Obesity has become one of the greatest public health challenges of our time; nearly two-thirds of adults and over a quarter of children in Australia are an unhealthy weight.
For too long we, as a society, have put it aside as an insurmountable issue, or simply reduced it down to a problem of individual willpower and an issue parents should address. If people could just eat better and exercise more then we wouldn’t be in this mess.
The problem with an argument like that is that it oversimplifies the role played by our environment that constantly pushes us toward things that are inherently bad for us. It fails to acknowledge the billions of dollars big food and drink giants invest in marketing tactics, tapping into our emotions and weaknesses.
It’s a white knuckle ride to eating well; decision points throughout the day are constantly pushing us to make the unhealthy choice, through price signals, promotions and what is readily available. When it’s easier to get a packet of chips than an apple we have reached a tipping point.
But we have to stop seeing obesity as a problem without a solution. We know what needs to be done. We have a strong consensus from around 40 public health, community and academic groups who identified eight policy priorities in Tipping the Scales. Tired of waiting for governments to act, we joined together to provide a policy blueprint to stem the tide of obesity – a ‘how to guide’ if you will.
The publication of the Senate Inquiry’s report into the obesity epidemic in Australia last week has me feeling optimistic. The inquiry has received over 140 submissions – a testament to the level of momentum for change behind this issue. Representatives across all political parties have come together to investigate the systemic causes of obesity and map out a plan of action.
I’m particularly optimistic because I feel like those on the Inquiry’s committee have listened; many of the report’s recommendations mirror those set out in Tipping the Scales, among them, the introduction of a levy on sugary drinks. Sugary drinks are the largest contributor of added sugar in Australians’ diets. The evidence is clear – a 20 per cent health levy on sugary drinks could save more than 1,600 Australian lives and raise more than $400 million per year for much-needed obesity prevention initiatives.
While other countries have taken up the gauntlet, Australia continues to flounder in indecision. The UK is just one of 45 jurisdictions around the world to have introduced a levy, which has raised nearly £154m (approx. AUD$266m) and already seen big brands cutting the sugar content of their drinks. It’s time the Government stops fearing the spectre of the food and drink lobby and puts the health of its citizens above political capital.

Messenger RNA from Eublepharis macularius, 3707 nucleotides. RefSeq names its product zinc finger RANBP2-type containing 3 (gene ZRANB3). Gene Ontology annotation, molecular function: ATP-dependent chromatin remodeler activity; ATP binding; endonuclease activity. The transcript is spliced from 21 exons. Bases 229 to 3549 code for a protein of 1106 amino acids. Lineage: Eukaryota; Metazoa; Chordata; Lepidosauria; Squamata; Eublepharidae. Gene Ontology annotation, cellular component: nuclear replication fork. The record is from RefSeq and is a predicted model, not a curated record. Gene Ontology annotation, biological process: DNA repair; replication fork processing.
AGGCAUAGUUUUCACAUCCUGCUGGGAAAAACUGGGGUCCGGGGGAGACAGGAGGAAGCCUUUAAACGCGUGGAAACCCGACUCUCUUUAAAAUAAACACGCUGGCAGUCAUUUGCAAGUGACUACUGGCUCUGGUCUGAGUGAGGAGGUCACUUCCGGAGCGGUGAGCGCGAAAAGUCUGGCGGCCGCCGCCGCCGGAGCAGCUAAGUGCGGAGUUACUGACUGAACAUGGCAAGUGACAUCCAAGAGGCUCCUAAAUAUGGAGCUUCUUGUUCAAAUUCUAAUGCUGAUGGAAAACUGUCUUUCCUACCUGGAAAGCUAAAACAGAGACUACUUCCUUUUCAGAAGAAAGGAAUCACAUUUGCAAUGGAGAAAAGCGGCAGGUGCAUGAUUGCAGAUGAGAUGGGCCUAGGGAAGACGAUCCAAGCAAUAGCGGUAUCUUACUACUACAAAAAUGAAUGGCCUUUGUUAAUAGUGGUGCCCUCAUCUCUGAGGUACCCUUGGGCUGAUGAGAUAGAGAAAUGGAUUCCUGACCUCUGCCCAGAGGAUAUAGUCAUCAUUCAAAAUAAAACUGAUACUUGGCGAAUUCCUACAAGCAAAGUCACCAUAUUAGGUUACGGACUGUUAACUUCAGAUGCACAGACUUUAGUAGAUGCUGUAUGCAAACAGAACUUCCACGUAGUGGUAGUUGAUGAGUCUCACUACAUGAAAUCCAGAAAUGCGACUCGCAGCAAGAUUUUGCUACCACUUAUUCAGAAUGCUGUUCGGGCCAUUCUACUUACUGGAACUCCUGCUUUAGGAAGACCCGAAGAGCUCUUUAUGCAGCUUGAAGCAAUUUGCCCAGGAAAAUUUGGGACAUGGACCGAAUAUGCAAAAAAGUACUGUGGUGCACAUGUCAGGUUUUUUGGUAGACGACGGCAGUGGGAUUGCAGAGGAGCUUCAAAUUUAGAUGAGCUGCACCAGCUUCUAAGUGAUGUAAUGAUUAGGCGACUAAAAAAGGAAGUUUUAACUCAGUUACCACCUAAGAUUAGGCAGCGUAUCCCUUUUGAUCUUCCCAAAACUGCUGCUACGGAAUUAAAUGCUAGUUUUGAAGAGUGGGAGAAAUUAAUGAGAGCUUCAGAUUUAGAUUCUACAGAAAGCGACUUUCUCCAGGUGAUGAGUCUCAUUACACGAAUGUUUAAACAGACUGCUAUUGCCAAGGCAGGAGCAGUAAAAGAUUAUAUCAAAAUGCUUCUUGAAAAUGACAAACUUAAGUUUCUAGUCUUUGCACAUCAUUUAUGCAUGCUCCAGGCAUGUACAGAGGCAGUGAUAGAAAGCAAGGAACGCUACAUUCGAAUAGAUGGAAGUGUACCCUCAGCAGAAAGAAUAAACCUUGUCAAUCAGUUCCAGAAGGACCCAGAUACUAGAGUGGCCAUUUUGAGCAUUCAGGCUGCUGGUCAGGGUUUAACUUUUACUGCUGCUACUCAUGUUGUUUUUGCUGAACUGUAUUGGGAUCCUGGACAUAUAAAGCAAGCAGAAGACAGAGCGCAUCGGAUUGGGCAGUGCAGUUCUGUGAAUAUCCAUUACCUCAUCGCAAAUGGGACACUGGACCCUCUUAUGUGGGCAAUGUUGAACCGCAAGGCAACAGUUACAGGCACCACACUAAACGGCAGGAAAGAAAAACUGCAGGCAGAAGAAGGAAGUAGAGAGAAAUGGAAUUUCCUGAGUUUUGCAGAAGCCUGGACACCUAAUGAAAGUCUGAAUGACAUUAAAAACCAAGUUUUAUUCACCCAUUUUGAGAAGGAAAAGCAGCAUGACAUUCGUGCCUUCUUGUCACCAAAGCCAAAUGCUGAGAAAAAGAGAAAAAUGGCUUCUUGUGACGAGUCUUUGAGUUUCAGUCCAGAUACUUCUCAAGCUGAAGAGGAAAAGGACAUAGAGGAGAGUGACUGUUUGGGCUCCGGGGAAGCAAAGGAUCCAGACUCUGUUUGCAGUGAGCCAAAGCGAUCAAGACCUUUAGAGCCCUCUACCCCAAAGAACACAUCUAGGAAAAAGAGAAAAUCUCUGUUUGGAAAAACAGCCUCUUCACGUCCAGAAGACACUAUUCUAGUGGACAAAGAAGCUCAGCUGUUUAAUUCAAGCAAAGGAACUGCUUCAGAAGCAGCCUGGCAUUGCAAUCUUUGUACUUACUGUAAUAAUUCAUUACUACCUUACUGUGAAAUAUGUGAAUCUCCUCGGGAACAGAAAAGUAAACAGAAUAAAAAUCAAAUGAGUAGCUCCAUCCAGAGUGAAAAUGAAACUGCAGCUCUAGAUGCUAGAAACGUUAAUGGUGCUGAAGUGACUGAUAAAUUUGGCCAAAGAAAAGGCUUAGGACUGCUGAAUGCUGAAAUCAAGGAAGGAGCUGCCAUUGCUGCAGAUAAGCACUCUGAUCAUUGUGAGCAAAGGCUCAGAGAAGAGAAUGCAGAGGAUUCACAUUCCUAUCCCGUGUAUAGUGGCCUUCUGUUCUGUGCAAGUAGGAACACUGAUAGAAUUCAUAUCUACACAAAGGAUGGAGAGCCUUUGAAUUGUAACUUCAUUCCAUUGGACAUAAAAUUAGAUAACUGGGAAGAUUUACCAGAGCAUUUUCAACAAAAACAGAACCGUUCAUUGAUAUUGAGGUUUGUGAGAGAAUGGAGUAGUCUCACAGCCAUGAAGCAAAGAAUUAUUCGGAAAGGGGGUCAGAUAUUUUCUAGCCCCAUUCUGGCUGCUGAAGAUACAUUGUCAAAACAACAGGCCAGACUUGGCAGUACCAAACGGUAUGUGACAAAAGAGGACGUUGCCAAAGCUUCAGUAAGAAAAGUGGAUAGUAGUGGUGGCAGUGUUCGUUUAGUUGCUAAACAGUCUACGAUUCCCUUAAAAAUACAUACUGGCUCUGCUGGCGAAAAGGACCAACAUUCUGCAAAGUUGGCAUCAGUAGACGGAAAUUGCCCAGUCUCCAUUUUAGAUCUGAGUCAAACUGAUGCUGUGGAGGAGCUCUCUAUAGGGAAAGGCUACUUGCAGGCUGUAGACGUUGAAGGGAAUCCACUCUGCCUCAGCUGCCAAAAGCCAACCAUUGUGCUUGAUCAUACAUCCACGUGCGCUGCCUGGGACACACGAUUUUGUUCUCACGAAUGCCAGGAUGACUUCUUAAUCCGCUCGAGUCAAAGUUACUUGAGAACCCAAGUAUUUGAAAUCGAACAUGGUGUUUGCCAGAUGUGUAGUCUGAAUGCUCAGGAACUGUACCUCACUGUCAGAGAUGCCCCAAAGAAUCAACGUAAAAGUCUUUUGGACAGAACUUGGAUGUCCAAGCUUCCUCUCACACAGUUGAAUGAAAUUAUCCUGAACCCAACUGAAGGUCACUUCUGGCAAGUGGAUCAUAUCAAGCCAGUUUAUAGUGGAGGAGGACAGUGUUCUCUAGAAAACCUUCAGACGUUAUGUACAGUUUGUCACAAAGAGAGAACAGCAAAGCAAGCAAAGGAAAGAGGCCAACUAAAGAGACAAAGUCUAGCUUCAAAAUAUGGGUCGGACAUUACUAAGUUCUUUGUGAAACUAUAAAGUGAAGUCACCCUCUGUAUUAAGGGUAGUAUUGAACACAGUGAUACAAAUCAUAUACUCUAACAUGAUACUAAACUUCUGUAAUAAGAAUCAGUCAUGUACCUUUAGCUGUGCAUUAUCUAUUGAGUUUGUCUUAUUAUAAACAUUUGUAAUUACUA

While the debate over a sugar tax will no doubt be the focus for media and public debate, it’s just one of many levers that need to be pulled if we’re going to save the next generation from a lifetime of chronic disease.
If we’re going to halt obesity in its tracks, we have to start with children – including adolescents, something the Inquiry’s report acknowledges. It’s time to stop pretending this is a problem that can and should be solved by parents alone. We know, and the food and drink industry knows, marketing to children works. Parents are facing an uphill battle against the industry’s pervasive and duplicitous tactics to build brand awareness and encourage pester power among children. We need to stop letting these companies make their own rules around marketing to children - the equivalent of setting and marking their own homework, with the inevitable perfect score.
The food and drink industry is using the same well-worn playbook as the tobacco industry to undermine policies to tackle Australia’s obesity epidemic, claiming it’s a problem without a solution.
But last week’s report demonstrates a turning point. It’s an important acknowledgement that this is not only a problem worth tackling, it’s one that can be addressed with the right leadership from all facets of government.
With the important commitment from the COAG Health Ministers to develop a national strategy on obesity, this will get us some way. We now need to see this commitment lead to action. It will need to be done independently, without the involvement of the processed food industry, those who stand the most to lose if effective action is taken. If this industry sector has a seat at the table they will only seek to muddy the waters and halt meaningful reform.
We have a roadmap to tackle obesity; this is not new as many similar reports exist. The difference we need to see, for the sake of all Australians and particularly our children, is government action to create supportive environments that make the healthy choice the easy choice.